4. A circuit for a pair of electrodes, the circuit comprising a first source of voltage having a pair of terminals, a first resistance connected in series with the electrodes and terminals of the first source, a capacitor and a second resistor connected in series with each other and in parallel with the first resistor and the electrodes, switching means for connecting the capacitor across the electrodes to bypass the second resistor and discharge the capacitor across the electrodes, a second source of variable voltage having a pair of terminals, a third resistor, a blocking rectifier, means connecting the blocking rectifier, third resistor, and terminals of the second variable source in series across the capacitor so when the switching means is operated to discharge the capacitor across the electrodes, the second source is connected across the electrodes, 21 current control device connected in parallel with the third resistor, a fourth resistor connected across the capacitor, sensing means having an output and a pair of inputs, the inputs being connected to sense voltage variations across the third resistor and a portion of the fourth resistor to develop a control signal at the output, the output of the sensing means being connected to change automatically the current through the current control device in response to the control signal to keep the power stantially constant.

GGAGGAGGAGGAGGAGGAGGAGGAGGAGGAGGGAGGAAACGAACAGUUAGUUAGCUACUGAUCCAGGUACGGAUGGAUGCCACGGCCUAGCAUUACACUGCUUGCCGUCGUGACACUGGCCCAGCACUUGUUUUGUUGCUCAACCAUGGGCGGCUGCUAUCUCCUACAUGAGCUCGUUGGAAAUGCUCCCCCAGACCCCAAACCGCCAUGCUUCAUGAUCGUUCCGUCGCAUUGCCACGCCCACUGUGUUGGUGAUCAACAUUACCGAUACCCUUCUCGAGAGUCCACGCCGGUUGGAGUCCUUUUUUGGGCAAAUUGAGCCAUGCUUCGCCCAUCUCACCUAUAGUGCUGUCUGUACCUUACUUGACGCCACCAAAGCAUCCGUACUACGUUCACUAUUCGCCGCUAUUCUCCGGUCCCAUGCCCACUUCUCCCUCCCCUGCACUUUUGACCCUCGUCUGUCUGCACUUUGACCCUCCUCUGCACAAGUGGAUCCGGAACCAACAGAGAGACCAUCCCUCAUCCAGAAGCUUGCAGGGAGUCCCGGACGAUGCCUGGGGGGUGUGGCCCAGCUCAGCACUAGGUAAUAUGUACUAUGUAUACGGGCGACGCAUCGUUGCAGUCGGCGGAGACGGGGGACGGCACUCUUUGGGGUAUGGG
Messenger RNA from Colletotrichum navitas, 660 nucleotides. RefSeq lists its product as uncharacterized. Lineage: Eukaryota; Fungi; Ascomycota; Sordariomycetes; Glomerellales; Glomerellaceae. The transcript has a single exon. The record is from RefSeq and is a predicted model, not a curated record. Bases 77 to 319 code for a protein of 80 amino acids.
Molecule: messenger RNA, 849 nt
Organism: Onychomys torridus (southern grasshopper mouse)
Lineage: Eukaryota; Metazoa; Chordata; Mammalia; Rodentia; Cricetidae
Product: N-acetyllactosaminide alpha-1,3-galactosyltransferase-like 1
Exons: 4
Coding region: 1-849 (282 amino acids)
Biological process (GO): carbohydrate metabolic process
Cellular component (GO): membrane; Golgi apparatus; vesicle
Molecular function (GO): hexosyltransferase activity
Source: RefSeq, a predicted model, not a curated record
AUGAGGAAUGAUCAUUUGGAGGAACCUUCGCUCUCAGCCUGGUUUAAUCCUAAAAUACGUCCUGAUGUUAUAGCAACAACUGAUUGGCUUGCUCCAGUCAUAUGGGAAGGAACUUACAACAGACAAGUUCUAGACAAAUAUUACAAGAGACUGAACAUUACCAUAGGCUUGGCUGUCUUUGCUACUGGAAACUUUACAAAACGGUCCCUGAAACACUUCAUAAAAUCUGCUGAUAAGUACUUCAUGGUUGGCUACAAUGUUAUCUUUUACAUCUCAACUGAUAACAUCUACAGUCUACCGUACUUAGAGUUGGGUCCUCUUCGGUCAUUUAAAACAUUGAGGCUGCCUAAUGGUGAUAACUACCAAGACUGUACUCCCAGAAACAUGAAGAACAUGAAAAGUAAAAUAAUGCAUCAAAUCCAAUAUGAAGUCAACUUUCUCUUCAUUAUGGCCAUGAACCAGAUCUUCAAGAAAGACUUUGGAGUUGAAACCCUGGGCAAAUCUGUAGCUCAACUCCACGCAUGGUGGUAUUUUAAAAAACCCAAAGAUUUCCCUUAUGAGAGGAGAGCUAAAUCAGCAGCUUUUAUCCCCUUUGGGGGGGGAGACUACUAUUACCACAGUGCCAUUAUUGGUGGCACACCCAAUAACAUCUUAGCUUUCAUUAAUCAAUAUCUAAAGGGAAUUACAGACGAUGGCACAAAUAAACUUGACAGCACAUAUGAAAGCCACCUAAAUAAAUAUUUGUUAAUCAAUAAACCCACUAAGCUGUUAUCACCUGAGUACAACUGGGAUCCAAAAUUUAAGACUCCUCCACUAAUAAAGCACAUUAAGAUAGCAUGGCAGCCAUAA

References Cited by the Examiner UNITED STATES PATENTS JOHN W. HUCKERT, Primary Examiner. delivered to the electrodes from the second source sub- 10 JAMES D. KALLAM, DAVID J. GALVIN, Examiner.

Patent Citations
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Referenced by
Citing PatentFiling datePublication dateApplicantTitle
US3462643 *Mar 31, 1967Aug 19, 1969Rca CorpSwitching type voltage and current regulator and which can include voltage doubling means for a load
US3471747 *Feb 2, 1967Oct 7, 1969Gen Motors CorpStarting circuit and solid state running circuit for high pressure arc lamp
US3505583 *Oct 5, 1966Apr 7, 1970Us NavyVoltage regulator for a capacitive reactive load
US3638070 *Oct 17, 1969Jan 25, 1972Richard W PowellFluorescent lamp starting and control circuit
US3656339 *Jan 21, 1970Apr 18, 1972British Oxygen Co LtdGlow discharge detector
US3675078 *May 8, 1969Jul 4, 1972Pichel Ind IncElectronic lamp driving circuit for hand held lamp
US3890540 *Feb 19, 1974Jun 17, 1975John Ott Lab IncApparatus for operating gaseous discharge lamps on direct current from a source of alternating current
US3911319 *May 17, 1974Oct 7, 1975Rank Organisation LtdElectronic apparatus
US4107580 *Feb 24, 1977Aug 15, 1978Thackray Philip CBallast circuit for gas glow discharge devices
US4189663 *Sep 28, 1978Feb 19, 1980Forest Electric CompanyDirect current ballasting and starting circuitry for gaseous discharge lamps
US4409522 *Aug 28, 1981Oct 11, 1983Quietlite International, Inc.Direct current power source for an electric discharge lamp using reduced starting current
US4486691 *Aug 6, 1982Dec 4, 1984Beggs William CSequential capacitive discharge circuit for flash lamps
Classifications
U.S. Classification315/160, 315/176, 315/311, 315/108, 315/241.00R, 315/DIG.500, 323/303
International ClassificationH05B41/231
Cooperative ClassificationY10S315/05, H05B41/231
European ClassificationH05B41/231